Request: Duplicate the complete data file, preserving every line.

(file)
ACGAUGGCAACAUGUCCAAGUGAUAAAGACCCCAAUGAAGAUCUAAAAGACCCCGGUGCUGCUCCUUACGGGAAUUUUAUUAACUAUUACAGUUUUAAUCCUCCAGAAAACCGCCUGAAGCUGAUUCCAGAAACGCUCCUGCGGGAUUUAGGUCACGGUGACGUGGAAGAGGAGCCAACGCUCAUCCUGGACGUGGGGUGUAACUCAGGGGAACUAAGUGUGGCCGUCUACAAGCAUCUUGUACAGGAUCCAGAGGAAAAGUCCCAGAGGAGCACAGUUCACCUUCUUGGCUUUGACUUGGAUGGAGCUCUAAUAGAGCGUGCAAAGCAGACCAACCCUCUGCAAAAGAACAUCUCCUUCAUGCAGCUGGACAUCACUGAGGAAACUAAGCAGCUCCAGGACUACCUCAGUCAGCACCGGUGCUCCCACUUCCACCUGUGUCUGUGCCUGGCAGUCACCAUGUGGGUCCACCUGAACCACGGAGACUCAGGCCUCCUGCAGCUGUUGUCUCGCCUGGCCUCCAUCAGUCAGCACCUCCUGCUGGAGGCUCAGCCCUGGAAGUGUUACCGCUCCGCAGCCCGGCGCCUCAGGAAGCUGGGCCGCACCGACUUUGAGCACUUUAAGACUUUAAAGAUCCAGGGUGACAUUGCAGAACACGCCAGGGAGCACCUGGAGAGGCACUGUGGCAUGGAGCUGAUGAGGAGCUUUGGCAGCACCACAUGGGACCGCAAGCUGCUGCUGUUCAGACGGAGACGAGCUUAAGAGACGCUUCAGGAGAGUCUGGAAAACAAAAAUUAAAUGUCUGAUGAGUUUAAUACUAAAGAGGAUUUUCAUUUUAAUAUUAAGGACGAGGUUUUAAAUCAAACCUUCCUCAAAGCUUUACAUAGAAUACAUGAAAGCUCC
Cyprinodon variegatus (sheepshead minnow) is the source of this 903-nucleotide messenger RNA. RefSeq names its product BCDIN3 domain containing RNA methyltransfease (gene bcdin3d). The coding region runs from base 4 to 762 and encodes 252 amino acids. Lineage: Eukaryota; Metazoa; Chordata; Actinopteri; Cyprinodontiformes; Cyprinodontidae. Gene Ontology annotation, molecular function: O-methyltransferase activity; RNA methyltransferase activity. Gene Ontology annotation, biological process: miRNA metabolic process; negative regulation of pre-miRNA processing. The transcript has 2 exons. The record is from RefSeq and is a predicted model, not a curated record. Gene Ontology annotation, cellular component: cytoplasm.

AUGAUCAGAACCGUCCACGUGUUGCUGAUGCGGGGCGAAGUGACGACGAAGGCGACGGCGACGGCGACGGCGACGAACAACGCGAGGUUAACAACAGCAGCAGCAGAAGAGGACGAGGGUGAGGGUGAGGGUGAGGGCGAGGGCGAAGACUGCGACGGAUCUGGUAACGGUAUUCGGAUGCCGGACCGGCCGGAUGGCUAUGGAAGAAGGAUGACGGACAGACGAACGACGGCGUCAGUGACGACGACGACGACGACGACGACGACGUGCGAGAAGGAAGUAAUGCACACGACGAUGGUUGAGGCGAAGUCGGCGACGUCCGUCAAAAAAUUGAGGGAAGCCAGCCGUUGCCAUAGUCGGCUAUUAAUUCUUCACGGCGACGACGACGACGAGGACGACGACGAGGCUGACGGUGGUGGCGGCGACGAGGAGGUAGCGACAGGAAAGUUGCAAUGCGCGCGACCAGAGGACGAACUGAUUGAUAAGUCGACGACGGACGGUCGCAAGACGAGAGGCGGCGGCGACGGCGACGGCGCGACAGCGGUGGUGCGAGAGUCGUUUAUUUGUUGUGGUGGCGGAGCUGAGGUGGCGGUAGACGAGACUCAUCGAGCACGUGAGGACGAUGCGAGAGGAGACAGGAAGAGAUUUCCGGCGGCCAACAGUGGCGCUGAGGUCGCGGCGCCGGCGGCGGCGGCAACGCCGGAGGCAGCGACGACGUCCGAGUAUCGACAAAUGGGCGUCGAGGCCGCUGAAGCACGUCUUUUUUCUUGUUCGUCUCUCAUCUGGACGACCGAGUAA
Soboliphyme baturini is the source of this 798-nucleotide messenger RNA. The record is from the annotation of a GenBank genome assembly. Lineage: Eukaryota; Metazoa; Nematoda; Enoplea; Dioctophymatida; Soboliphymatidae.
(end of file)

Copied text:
ACGAUGGCAACAUGUCCAAGUGAUAAAGACCCCAAUGAAGAUCUAAAAGACCCCGGUGCUGCUCCUUACGGGAAUUUUAUUAACUAUUACAGUUUUAAUCCUCCAGAAAACCGCCUGAAGCUGAUUCCAGAAACGCUCCUGCGGGAUUUAGGUCACGGUGACGUGGAAGAGGAGCCAACGCUCAUCCUGGACGUGGGGUGUAACUCAGGGGAACUAAGUGUGGCCGUCUACAAGCAUCUUGUACAGGAUCCAGAGGAAAAGUCCCAGAGGAGCACAGUUCACCUUCUUGGCUUUGACUUGGAUGGAGCUCUAAUAGAGCGUGCAAAGCAGACCAACCCUCUGCAAAAGAACAUCUCCUUCAUGCAGCUGGACAUCACUGAGGAAACUAAGCAGCUCCAGGACUACCUCAGUCAGCACCGGUGCUCCCACUUCCACCUGUGUCUGUGCCUGGCAGUCACCAUGUGGGUCCACCUGAACCACGGAGACUCAGGCCUCCUGCAGCUGUUGUCUCGCCUGGCCUCCAUCAGUCAGCACCUCCUGCUGGAGGCUCAGCCCUGGAAGUGUUACCGCUCCGCAGCCCGGCGCCUCAGGAAGCUGGGCCGCACCGACUUUGAGCACUUUAAGACUUUAAAGAUCCAGGGUGACAUUGCAGAACACGCCAGGGAGCACCUGGAGAGGCACUGUGGCAUGGAGCUGAUGAGGAGCUUUGGCAGCACCACAUGGGACCGCAAGCUGCUGCUGUUCAGACGGAGACGAGCUUAAGAGACGCUUCAGGAGAGUCUGGAAAACAAAAAUUAAAUGUCUGAUGAGUUUAAUACUAAAGAGGAUUUUCAUUUUAAUAUUAAGGACGAGGUUUUAAAUCAAACCUUCCUCAAAGCUUUACAUAGAAUACAUGAAAGCUCC
Cyprinodon variegatus (sheepshead minnow) is the source of this 903-nucleotide messenger RNA. RefSeq names its product BCDIN3 domain containing RNA methyltransfease (gene bcdin3d). The coding region runs from base 4 to 762 and encodes 252 amino acids. Lineage: Eukaryota; Metazoa; Chordata; Actinopteri; Cyprinodontiformes; Cyprinodontidae. Gene Ontology annotation, molecular function: O-methyltransferase activity; RNA methyltransferase activity. Gene Ontology annotation, biological process: miRNA metabolic process; negative regulation of pre-miRNA processing. The transcript has 2 exons. The record is from RefSeq and is a predicted model, not a curated record. Gene Ontology annotation, cellular component: cytoplasm.

AUGAUCAGAACCGUCCACGUGUUGCUGAUGCGGGGCGAAGUGACGACGAAGGCGACGGCGACGGCGACGGCGACGAACAACGCGAGGUUAACAACAGCAGCAGCAGAAGAGGACGAGGGUGAGGGUGAGGGUGAGGGCGAGGGCGAAGACUGCGACGGAUCUGGUAACGGUAUUCGGAUGCCGGACCGGCCGGAUGGCUAUGGAAGAAGGAUGACGGACAGACGAACGACGGCGUCAGUGACGACGACGACGACGACGACGACGACGUGCGAGAAGGAAGUAAUGCACACGACGAUGGUUGAGGCGAAGUCGGCGACGUCCGUCAAAAAAUUGAGGGAAGCCAGCCGUUGCCAUAGUCGGCUAUUAAUUCUUCACGGCGACGACGACGACGAGGACGACGACGAGGCUGACGGUGGUGGCGGCGACGAGGAGGUAGCGACAGGAAAGUUGCAAUGCGCGCGACCAGAGGACGAACUGAUUGAUAAGUCGACGACGGACGGUCGCAAGACGAGAGGCGGCGGCGACGGCGACGGCGCGACAGCGGUGGUGCGAGAGUCGUUUAUUUGUUGUGGUGGCGGAGCUGAGGUGGCGGUAGACGAGACUCAUCGAGCACGUGAGGACGAUGCGAGAGGAGACAGGAAGAGAUUUCCGGCGGCCAACAGUGGCGCUGAGGUCGCGGCGCCGGCGGCGGCGGCAACGCCGGAGGCAGCGACGACGUCCGAGUAUCGACAAAUGGGCGUCGAGGCCGCUGAAGCACGUCUUUUUUCUUGUUCGUCUCUCAUCUGGACGACCGAGUAA
Soboliphyme baturini is the source of this 798-nucleotide messenger RNA. The record is from the annotation of a GenBank genome assembly. Lineage: Eukaryota; Metazoa; Nematoda; Enoplea; Dioctophymatida; Soboliphymatidae.